I chose the path of least resistance with parenting. I taught my kids to be self-disciplining.
They understood from a very young age that everything was up to them. They could be good and life would be great, or they could misbehave and have no TV, scrub the floor, etc. They didn’t even blame me for this, they just disciplined themselves. I remember my son was running late for school one morning and said, “Ugh, no video games for me tonite, sorry Mom.”
Yes, that’s right, he not only disciplined himself, but he apologized to me for running late.
He understood accountability. Once your kids get that, you’re on easy street right through the teen years. It’s wasn’t my fault if they couldn’t watch TV, it was theirs. They never questioned the rules as saw them as fair and reasonable.
Now … if my rules were unreasonable, inconsistent and if I lost my temper, that wouldn’t have worked. I was just the calm presence in all this, was just there to help them reason through things. Never really told them what to do, just asked them what they thought they should do and they always came up with reasonable responses. Sometimes they were too tough on themselves so I’d pull them back in a bit. They were never not tough enough. Interesting isn’t it?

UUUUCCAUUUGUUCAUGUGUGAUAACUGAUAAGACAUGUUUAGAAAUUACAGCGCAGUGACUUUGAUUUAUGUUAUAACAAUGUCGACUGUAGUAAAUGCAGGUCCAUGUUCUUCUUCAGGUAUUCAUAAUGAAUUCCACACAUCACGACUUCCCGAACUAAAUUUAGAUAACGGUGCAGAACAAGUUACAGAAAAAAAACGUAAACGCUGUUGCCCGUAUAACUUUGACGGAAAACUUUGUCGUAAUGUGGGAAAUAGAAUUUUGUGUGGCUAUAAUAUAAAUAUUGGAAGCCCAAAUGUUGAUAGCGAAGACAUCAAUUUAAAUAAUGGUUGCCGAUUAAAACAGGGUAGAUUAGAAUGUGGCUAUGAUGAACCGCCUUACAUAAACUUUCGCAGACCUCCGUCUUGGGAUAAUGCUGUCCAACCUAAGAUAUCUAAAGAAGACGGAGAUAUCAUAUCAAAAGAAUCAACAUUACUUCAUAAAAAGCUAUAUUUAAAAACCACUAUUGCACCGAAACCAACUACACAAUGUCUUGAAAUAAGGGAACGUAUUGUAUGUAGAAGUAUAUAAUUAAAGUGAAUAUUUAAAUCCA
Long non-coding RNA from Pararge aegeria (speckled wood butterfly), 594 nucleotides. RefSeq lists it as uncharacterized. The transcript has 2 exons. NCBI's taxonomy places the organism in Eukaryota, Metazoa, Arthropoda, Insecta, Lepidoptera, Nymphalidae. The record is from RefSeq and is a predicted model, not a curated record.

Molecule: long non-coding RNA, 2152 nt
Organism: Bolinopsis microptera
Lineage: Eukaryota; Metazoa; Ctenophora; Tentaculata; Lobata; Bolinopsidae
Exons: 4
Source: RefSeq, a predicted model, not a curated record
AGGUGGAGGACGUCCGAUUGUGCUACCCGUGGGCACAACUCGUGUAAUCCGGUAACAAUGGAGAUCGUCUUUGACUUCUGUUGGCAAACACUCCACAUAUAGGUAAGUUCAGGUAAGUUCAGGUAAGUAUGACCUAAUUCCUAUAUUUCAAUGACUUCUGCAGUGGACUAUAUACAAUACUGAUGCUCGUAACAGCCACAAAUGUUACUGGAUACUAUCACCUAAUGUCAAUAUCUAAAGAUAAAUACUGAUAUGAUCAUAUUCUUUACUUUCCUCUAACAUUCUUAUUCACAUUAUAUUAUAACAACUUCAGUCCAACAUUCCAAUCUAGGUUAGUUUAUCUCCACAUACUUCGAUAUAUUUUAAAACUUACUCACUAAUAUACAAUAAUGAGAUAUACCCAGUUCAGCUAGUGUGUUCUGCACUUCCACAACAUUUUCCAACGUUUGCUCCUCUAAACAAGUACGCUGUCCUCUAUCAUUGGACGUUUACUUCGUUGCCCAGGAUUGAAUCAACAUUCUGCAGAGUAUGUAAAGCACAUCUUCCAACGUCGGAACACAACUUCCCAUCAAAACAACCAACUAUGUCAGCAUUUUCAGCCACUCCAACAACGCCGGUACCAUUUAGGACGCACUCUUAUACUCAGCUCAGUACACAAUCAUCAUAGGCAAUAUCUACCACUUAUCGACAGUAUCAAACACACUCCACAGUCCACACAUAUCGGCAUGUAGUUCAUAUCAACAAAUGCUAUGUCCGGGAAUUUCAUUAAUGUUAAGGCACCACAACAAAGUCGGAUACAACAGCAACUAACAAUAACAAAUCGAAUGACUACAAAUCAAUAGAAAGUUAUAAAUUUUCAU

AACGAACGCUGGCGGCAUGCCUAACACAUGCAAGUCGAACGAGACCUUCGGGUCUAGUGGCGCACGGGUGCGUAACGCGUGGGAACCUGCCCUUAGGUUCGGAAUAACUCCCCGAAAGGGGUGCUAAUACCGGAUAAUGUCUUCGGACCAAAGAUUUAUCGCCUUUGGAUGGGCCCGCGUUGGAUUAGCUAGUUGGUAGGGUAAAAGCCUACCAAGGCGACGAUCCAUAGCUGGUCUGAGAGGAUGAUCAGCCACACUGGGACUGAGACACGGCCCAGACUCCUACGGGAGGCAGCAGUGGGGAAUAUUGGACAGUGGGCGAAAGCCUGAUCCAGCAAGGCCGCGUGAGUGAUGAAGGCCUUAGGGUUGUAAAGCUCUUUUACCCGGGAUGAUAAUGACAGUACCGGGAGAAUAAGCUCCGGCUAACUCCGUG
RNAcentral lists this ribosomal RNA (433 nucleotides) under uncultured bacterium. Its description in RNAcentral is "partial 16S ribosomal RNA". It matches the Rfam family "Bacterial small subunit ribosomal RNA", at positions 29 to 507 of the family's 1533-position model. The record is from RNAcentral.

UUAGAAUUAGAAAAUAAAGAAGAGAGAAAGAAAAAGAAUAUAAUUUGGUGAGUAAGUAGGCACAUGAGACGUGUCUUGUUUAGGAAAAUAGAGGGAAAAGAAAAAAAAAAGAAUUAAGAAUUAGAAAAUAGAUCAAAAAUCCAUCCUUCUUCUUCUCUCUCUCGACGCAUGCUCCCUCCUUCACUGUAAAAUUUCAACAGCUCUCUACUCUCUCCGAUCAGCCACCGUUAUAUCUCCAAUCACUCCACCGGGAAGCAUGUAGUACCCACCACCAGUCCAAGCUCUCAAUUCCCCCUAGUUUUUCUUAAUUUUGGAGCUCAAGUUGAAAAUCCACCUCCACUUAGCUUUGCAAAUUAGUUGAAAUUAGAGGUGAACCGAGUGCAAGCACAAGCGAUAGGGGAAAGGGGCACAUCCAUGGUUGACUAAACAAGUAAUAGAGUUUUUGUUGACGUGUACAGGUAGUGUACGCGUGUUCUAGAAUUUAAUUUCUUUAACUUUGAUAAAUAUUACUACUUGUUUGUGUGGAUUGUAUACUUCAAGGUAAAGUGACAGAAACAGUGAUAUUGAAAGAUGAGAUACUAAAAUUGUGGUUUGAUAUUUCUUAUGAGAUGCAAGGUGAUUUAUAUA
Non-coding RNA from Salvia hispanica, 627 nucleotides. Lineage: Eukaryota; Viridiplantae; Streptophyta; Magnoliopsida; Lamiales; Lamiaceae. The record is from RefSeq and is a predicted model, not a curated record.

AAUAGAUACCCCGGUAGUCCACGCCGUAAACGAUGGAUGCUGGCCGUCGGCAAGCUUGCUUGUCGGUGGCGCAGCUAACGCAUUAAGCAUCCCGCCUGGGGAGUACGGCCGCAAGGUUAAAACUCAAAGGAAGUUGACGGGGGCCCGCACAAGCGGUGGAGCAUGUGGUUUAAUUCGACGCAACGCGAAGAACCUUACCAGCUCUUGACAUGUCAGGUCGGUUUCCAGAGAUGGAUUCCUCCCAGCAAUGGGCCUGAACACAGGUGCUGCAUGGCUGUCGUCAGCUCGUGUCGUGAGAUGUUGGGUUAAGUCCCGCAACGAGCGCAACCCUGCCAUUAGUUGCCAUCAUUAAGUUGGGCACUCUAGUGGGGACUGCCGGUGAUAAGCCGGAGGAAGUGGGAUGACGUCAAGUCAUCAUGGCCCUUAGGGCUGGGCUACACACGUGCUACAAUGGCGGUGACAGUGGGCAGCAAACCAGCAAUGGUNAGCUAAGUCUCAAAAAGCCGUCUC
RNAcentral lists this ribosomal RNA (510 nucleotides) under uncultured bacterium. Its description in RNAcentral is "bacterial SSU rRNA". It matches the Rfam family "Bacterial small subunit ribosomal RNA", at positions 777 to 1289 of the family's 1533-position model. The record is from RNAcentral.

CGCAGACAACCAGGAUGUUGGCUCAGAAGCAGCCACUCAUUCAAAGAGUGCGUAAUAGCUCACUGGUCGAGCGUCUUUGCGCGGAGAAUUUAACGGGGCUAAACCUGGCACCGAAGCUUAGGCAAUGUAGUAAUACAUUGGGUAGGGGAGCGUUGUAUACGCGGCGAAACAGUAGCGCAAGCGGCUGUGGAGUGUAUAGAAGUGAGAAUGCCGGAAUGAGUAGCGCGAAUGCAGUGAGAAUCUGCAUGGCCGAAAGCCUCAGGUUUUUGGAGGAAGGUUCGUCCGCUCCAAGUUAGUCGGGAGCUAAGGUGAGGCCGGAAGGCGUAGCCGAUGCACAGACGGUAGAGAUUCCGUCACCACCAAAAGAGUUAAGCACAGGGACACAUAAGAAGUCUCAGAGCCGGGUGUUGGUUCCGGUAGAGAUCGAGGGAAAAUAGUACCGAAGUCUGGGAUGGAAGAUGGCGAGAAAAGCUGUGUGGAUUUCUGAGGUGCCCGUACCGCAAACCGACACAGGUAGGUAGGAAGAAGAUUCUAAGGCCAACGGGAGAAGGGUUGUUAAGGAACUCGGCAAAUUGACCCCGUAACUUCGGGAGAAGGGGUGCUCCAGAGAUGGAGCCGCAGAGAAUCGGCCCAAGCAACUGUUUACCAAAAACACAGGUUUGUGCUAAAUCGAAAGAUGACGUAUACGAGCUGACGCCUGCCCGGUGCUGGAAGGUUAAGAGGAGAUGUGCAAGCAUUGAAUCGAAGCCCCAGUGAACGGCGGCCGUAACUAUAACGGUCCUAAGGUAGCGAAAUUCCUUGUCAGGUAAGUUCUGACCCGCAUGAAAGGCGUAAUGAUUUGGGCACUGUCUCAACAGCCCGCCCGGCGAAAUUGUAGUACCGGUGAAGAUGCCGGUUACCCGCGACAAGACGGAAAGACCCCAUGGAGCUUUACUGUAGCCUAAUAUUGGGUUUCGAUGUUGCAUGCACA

When you put your trust in your children to do the right thing, that’s often what they do. Give children more control over how their lives go they tend to be more mature, more accountable and just easier all round.
If you’re struggling with discipline, make sure your rules are fair and consistent. Also, when they mess up, don’t harp on it. Impose a consequence then suggest you all play a game together or something. The consequence is the punishment, no need to keep reminding them they did something wrong. That’s bordering on bullying.
Being fun, supportive and consistent is so important. They’ll want to please you and dread disappointing you.
I guarantee this stuff works. It’s all about you setting yourself as the calm leader. No lectures, no yelling, no temper. Always calm and reasonable. Tell them how great they are, have trust in them … see what happens.
Lots more about how to Discipline here.
If you want my help navigating through this, check out my Coaching page.
Lisa Bunnage, Parenting Coach
Note: Don’t forget to sign up for my friend Karmen’s interview series on young adulthood. I’m one of the many guests she’s interviewed and it’s all free. My interview is all about parenting.